Once an essential approach to providing for industrial, recreational and agricultural demands, dams across the country are now being removed in a push to restore waterways to their original configurations.
The removal of large dams—ones higher than 25 feet—is often accompanied by a plan to monitor the affected eco- systems. But the same level of attention hasn’t been given to understanding the ecological impacts of disassembling low- head structures, which account for approximately 48 percent of dams nationwide.
That is until researchers at Eastern Illinois University (EIU) used Illinois Water Resources Center funding to assess the impact of two low-head dams on the genetic diversity and differentiation of fish communities in the Vermilion River. The Ellsworth Park and the Danville structures were slated for removal as early as 2014 but still stand due to budget constraints.
The investigation focused on two fish species with important behavioral differences: longear sunfish, an animal known to live its life within a small area, and the bluntnose minnow, which traverse the river basin in big schools.
“We wanted those two different life histories,” said Robert Colombo, an EIU biologist and the project lead. “One that’s a homebody that wouldn’t be as impacted by the dams and one that moves a lot. We would expect there might be some impacts on bluntnose minnows.”
The researchers isolated specific fragments of the fish’s DNA where mutations tend to occur and compared the genetic pairs from samples taken above and below the dams.
“We looked at microsatellites,” said Shannon Smith, who recently received her master’s from EIU. “Microsatellites are sequences of repeating nucleotide base pairs in a non-coding section of the fish’s genome. They exhibit high variation among individuals in a population, and that gave us a good way to look at any sort of genetic differentiation that was occurring in these species.”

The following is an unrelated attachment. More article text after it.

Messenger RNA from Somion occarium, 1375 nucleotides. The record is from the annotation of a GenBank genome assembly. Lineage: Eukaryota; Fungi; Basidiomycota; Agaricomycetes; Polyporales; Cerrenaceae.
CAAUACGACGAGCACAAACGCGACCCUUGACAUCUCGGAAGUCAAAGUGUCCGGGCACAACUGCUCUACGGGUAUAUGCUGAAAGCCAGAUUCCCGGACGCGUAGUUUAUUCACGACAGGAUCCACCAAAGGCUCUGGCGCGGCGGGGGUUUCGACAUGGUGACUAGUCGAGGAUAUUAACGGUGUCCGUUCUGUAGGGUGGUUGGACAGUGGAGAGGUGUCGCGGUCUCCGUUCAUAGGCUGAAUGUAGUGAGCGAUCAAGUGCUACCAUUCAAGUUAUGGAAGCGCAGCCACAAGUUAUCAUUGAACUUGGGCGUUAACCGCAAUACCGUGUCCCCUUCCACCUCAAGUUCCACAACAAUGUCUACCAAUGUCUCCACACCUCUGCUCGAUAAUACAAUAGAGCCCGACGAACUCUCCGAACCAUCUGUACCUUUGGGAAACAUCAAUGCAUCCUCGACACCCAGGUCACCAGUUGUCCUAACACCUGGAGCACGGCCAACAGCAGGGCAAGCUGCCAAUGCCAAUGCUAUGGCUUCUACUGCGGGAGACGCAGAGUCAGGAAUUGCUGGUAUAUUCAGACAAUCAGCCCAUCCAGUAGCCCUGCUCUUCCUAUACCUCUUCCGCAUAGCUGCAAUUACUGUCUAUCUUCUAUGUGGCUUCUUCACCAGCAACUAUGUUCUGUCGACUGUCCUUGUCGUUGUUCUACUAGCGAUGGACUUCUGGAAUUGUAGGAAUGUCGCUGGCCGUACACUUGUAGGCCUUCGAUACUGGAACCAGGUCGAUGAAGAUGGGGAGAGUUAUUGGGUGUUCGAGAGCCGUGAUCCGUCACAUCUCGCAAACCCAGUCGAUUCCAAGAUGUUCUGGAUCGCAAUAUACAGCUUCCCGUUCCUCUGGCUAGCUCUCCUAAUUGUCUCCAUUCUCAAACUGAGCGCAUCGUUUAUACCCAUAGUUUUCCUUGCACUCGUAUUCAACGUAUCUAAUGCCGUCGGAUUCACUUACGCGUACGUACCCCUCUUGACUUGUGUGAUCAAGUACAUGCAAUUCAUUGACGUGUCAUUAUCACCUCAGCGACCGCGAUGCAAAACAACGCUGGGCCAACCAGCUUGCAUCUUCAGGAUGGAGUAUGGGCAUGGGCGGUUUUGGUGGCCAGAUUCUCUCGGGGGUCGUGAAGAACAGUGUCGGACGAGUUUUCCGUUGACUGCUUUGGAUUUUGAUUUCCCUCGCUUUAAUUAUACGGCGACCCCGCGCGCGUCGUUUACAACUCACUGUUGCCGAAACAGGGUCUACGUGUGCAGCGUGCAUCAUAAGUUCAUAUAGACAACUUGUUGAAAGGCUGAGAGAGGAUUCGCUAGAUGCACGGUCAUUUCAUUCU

Despite the small range of longear sunfish, Colombo and Smith found no differences in the number of genetic characteristics or the frequency with which those characteristics appear in fish above and below the dams, meaning divided populations are still interbreeding.
“When the discharge is high and the structures are really low, they may be able to traverse up stream,” Smith explained. “All in all, the longear sunfish were largely unaffected by the dams in terms of genetics.”
The bluntnose minnow was a slightly different story.
“We found two distinct genetic populations in the stretch of the river that we studied, and the differentiation point was the Ellsworth Park Dam,” said Smith. “The bluntnose above the dam were genetically distinct from those below that dam and in the other sites we looked at in the Vermilion River.”
This research took place over three years and involved support from the Illinois Department of Natural Resources and U.S. Geological Survey.
“All of these people coming together to determine the best strategy for the project—those are the type of projects that are the most successful because you get the most minds on it,” Colombo said. “I think that’s what makes science best: when you have good collaborators all coming together for a common goal.”
Colombo and Smith hope to continue and expand the project if the dams are in fact removed.
“That would be really neat since we’ve got a few years of pre-removal data to compare it to,” said Smith, who now works for the U.S. Fish and Wildlife Service in South Dakota. “A lot of studies don’t have a before and after big picture of what’s going on.”